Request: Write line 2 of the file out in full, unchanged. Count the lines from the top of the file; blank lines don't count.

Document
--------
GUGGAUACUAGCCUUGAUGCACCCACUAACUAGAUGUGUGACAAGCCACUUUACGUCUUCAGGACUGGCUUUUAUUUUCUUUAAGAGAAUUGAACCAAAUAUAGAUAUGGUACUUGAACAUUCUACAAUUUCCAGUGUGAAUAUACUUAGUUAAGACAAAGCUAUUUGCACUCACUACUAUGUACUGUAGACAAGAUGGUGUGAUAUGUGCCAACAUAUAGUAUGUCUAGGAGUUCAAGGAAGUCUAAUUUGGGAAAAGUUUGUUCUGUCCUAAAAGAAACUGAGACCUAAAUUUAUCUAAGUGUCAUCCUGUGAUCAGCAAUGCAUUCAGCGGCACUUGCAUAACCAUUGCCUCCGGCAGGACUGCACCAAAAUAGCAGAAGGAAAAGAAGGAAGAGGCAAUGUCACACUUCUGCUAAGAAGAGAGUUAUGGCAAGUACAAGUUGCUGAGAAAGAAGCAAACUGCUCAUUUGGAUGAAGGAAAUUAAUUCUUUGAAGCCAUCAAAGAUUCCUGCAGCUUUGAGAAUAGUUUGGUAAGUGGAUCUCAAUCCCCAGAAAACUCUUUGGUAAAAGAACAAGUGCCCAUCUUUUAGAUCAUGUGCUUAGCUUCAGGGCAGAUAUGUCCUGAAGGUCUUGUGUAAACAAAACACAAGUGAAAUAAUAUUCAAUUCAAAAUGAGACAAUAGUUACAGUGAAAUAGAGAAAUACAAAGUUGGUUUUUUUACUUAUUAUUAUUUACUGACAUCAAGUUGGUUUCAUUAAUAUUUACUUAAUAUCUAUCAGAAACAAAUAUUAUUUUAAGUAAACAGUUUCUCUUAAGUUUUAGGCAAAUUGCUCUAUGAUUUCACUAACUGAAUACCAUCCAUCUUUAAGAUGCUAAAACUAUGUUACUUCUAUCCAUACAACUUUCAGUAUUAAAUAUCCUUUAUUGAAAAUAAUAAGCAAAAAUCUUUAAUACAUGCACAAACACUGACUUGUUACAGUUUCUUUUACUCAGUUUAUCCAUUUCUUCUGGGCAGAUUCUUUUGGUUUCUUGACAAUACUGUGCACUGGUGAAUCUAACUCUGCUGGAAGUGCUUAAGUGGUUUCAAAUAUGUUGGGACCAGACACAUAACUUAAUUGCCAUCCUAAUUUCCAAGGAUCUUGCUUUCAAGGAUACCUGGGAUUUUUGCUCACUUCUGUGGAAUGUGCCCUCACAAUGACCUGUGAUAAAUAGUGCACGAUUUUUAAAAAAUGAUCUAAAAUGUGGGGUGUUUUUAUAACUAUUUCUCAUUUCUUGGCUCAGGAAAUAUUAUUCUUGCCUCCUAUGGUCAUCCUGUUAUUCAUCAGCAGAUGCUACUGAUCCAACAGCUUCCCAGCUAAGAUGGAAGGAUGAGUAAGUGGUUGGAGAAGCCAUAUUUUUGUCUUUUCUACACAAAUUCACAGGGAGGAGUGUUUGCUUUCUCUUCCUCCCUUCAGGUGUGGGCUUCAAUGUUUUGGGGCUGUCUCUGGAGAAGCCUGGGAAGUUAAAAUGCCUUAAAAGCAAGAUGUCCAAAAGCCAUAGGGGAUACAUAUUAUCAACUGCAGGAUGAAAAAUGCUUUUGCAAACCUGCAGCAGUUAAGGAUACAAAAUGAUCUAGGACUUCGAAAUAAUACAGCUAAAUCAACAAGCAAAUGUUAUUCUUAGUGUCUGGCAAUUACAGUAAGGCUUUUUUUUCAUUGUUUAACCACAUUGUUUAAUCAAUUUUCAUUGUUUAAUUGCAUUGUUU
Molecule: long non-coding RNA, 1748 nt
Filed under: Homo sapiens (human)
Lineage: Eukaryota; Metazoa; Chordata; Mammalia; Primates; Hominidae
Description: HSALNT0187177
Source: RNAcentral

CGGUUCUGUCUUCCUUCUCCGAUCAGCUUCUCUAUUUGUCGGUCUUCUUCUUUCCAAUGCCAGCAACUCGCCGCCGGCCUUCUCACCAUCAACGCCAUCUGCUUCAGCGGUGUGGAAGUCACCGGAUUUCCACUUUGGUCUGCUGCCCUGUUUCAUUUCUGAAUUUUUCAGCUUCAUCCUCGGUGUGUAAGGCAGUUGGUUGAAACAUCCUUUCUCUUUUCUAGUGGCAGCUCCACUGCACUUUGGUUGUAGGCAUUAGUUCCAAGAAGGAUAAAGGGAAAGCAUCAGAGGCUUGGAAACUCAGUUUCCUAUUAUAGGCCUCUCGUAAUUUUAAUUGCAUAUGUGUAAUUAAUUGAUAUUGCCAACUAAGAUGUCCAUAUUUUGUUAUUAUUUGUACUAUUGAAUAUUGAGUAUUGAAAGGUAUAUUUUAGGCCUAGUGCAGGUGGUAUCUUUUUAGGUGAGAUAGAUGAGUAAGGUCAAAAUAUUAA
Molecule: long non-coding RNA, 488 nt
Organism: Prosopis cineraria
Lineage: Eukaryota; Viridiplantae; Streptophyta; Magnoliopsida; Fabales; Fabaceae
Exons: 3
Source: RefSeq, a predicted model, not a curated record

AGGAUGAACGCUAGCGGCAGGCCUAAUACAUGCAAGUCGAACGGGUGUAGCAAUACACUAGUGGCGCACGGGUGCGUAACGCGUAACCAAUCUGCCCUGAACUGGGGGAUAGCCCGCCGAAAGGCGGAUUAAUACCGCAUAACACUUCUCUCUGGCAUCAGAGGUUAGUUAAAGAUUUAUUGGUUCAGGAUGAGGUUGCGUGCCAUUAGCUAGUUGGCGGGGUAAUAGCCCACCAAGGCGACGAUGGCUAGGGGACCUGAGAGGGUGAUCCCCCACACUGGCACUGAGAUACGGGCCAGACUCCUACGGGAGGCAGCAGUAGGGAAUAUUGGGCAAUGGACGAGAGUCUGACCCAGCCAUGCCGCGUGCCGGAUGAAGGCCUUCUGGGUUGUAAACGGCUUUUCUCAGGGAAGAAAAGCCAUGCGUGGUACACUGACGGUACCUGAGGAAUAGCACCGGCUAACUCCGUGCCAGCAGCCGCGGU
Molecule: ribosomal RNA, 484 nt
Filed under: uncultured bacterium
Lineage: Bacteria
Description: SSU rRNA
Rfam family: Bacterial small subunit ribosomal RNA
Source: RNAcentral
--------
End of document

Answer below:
Molecule: long non-coding RNA, 1748 nt